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Native protesters from the Idle No More movement listen to speakers during a flash mob round dance demonstration in London, Ont., Jan. 10, 2013. (Geoff Robins/THE CANADIAN PRESS)
Native protesters from the Idle No More movement listen to speakers during a flash mob round dance demonstration in London, Ont., Jan. 10, 2013. (Geoff Robins/THE CANADIAN PRESS)

What readers think

Jan. 15: Aboriginal and marginalized, and other letters to the editor Add to ...

From the margins

History teaches that marginalizing people does not generate more agreement and peaceful results (Harper Needs To Stay The Course – Jan. 14). The marginalized become ever more desperate to have their views heard; militancy quickly emerges as their only option and desperate people care little for public opinion.

Ethics teaches that governments have moral responsibilities to all citizens, not simply to their base or to a general public opinion. Even if the public finds something futile, or even opposes it, it may still be the government’s moral duty to press forward. Public opinion once opposed civil rights and the vote for women.

The government has a moral obligation to see to it that smaller, vulnerable groups be heard, and not simply dismissed in the name of “staying the course” – a euphemism for “clinging to power.”

Richard Feist, ethics professor, Saint Paul University, Ottawa

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Idle No More has brought a virulent racism into the open. Reading online comments can be very disturbing, with many of the remarks fed by ignorance.

Graham Watt, Sackville, N.B.

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Kudos to the indigenous leaders who chose to meet with the Prime Minister to make life tangibly better for their people (Better To Be Inside Than Outside – editorial, Jan. 12). Indigenous Canadians need leaders, not divas. They don’t need the self-serving antics of Chief Theresa Spence and the bitter losers from the last Assembly of First Nations election. They don’t need blockade-loving populists who preach a phony veto over government action.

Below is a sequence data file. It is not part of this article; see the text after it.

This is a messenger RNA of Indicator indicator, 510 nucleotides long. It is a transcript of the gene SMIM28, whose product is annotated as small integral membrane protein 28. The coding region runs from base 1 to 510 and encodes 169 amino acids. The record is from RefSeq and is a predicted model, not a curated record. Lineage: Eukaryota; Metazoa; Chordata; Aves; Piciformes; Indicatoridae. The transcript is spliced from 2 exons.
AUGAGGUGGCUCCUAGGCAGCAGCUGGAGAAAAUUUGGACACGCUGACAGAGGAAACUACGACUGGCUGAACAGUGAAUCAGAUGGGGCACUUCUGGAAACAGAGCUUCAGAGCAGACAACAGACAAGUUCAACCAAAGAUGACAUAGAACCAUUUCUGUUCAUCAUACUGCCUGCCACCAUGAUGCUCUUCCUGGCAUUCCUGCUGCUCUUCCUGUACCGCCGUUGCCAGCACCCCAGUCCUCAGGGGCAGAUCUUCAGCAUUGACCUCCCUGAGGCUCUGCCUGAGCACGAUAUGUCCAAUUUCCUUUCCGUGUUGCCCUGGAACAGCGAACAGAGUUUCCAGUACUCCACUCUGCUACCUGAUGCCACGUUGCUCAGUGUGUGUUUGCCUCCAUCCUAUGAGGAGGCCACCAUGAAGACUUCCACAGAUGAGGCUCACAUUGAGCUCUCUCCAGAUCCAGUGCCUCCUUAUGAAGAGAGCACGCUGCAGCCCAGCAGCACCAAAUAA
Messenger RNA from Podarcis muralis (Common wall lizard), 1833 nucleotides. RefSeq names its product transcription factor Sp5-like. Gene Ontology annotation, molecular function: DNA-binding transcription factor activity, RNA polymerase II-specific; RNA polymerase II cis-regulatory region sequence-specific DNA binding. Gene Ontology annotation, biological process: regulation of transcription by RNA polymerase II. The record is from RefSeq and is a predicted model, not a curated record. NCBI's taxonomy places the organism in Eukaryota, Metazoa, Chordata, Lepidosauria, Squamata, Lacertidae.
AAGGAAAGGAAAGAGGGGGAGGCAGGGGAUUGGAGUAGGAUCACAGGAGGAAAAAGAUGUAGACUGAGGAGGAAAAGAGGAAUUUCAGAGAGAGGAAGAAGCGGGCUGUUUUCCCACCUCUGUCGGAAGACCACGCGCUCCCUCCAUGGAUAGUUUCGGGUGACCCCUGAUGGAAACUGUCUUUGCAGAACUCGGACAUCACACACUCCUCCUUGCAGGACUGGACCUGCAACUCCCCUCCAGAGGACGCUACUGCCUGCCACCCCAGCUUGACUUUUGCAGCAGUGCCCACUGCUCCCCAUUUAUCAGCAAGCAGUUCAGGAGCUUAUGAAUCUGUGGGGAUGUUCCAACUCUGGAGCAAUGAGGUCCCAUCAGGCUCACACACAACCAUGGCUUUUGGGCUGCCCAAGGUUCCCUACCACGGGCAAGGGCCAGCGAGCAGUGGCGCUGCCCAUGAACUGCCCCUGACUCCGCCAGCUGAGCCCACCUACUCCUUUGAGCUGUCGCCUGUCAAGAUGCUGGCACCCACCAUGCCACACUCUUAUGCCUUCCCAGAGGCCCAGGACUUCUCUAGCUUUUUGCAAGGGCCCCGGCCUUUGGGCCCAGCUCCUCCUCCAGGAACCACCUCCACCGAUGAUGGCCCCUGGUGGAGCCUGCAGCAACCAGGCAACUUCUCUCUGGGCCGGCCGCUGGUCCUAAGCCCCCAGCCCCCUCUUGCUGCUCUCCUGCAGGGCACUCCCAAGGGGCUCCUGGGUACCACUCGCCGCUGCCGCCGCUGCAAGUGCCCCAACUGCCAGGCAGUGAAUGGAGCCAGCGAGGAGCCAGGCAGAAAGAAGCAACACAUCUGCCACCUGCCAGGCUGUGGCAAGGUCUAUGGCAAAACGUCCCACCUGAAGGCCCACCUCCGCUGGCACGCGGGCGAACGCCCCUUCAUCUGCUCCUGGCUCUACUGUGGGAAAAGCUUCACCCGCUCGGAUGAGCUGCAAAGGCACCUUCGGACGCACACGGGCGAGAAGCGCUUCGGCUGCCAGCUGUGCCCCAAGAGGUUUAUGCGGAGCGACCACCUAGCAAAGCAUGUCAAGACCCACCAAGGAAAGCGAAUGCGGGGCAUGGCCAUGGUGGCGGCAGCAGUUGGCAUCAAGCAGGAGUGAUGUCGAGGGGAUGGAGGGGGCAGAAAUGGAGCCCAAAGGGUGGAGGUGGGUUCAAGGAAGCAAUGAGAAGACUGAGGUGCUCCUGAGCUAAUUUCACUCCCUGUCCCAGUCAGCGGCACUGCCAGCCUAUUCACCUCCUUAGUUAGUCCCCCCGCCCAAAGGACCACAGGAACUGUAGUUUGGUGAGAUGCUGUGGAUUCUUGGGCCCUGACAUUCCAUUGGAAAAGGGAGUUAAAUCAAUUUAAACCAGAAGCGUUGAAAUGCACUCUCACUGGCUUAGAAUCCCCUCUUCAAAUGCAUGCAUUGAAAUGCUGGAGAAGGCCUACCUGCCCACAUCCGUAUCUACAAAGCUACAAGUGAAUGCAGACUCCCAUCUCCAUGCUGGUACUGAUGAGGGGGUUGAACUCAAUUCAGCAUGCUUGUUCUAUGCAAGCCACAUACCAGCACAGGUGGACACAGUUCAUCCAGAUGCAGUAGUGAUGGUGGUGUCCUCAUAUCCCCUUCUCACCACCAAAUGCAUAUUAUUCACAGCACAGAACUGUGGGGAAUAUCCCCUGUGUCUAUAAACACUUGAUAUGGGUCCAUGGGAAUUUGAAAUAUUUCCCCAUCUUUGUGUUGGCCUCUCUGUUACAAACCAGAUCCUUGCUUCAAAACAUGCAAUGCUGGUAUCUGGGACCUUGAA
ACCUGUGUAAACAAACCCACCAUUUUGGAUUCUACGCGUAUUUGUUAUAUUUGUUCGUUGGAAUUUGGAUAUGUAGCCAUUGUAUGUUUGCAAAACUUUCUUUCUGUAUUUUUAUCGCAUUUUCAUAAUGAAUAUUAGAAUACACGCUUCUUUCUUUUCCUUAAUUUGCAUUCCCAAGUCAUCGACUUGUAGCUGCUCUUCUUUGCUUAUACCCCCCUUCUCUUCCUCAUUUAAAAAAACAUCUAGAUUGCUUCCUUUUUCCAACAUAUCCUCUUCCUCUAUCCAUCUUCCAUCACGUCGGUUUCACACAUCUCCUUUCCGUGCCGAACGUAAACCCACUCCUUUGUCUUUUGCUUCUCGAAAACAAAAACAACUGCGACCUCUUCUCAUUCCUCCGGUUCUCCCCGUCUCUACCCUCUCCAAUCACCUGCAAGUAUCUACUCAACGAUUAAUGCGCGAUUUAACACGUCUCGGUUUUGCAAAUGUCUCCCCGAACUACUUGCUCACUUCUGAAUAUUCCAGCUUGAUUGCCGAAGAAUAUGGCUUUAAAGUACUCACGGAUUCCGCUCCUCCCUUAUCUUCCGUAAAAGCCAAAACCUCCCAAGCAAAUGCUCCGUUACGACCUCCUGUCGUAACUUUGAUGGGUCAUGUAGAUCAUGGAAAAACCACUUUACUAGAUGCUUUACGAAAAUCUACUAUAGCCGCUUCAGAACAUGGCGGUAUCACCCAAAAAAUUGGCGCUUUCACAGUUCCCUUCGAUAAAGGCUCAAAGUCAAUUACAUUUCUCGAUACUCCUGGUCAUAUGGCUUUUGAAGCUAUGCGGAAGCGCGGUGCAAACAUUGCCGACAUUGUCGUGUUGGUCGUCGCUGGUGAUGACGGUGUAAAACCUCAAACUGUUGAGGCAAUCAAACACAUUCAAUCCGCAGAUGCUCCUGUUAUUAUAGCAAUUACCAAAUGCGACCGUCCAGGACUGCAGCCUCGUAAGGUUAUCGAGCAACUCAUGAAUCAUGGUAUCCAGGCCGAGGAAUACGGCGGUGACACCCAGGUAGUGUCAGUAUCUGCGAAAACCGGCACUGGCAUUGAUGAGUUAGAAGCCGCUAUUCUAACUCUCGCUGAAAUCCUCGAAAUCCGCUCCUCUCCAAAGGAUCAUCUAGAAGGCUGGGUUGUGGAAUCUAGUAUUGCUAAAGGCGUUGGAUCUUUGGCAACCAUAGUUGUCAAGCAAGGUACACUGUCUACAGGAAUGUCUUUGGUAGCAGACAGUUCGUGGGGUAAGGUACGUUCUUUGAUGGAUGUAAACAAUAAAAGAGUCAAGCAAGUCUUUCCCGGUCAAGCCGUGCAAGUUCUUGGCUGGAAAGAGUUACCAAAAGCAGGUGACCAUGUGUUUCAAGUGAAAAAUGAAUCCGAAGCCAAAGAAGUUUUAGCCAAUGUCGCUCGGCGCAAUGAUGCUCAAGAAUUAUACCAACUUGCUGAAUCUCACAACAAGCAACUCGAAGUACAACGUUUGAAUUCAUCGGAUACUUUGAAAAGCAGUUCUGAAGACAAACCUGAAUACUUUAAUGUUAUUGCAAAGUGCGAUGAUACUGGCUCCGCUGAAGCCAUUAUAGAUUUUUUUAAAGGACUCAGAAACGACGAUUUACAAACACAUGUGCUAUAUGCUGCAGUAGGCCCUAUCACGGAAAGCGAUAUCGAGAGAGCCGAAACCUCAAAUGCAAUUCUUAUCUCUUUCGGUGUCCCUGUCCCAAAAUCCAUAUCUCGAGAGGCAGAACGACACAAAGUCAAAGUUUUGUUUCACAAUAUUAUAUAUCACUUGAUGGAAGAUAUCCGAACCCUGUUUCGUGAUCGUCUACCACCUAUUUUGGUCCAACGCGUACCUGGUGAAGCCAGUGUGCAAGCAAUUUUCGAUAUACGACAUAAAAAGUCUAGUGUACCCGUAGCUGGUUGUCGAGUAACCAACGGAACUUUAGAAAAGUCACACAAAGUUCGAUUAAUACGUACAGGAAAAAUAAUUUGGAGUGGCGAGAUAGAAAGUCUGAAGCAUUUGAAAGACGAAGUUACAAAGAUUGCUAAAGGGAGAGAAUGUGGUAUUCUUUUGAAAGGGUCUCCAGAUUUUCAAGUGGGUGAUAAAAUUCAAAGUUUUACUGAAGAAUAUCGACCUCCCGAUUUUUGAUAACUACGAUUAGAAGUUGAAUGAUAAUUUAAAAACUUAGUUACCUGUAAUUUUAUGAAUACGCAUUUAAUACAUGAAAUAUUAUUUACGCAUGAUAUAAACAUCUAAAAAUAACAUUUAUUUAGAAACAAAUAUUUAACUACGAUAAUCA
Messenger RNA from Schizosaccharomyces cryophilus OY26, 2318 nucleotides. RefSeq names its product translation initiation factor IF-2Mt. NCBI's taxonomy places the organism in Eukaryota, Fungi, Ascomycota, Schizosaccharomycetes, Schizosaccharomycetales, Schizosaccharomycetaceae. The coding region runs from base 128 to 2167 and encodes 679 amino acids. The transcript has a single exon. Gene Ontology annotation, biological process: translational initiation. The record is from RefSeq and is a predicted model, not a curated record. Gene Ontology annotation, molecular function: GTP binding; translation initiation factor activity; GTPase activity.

The Crown today is the federal government. Admitting that reality, and working with Ottawa in a useful way, separates the real leaders from the pretenders.

Derek Smith, Toronto

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Chief Theresa Spence is fulfilling a necessary and heroic function for Canada. With her insistence on the presence of the Governor-General as the Queen’s representative, she is demonstrating the truth that the first peoples of this land, through the Royal Proclamation of 1763 and pre-Confederation treaties, have a nation-to-nation relationship with the Crown and not with Canada.

Instead of partnership in Canadian Confederation, first peoples were handed the Indian Act as the ultimate colonial control of first people by Canada. How tragically ironic that Canada achieves self-rule, then acts as a colonizer to the first peoples of this land.

Carol Vignale, Tsawwassen, B.C.

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Just wondering

Efforts are being made to “refloat” the Costa Concordia (The Largest Salvage Operation In History – Jan. 12). Is the Liberal Party of Canada following this story?

Farley Helfant, Toronto

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Barriers are many

I am glad you concluded that just because the treatment of suicidal teens is not perfect, it should still be pursued (Long Way To Go – editorial, Jan. 14). Fully 45 per cent of suicidal teens in the study did not receive treatment. That is a sobering statistic, and raises the question: Why didn’t they?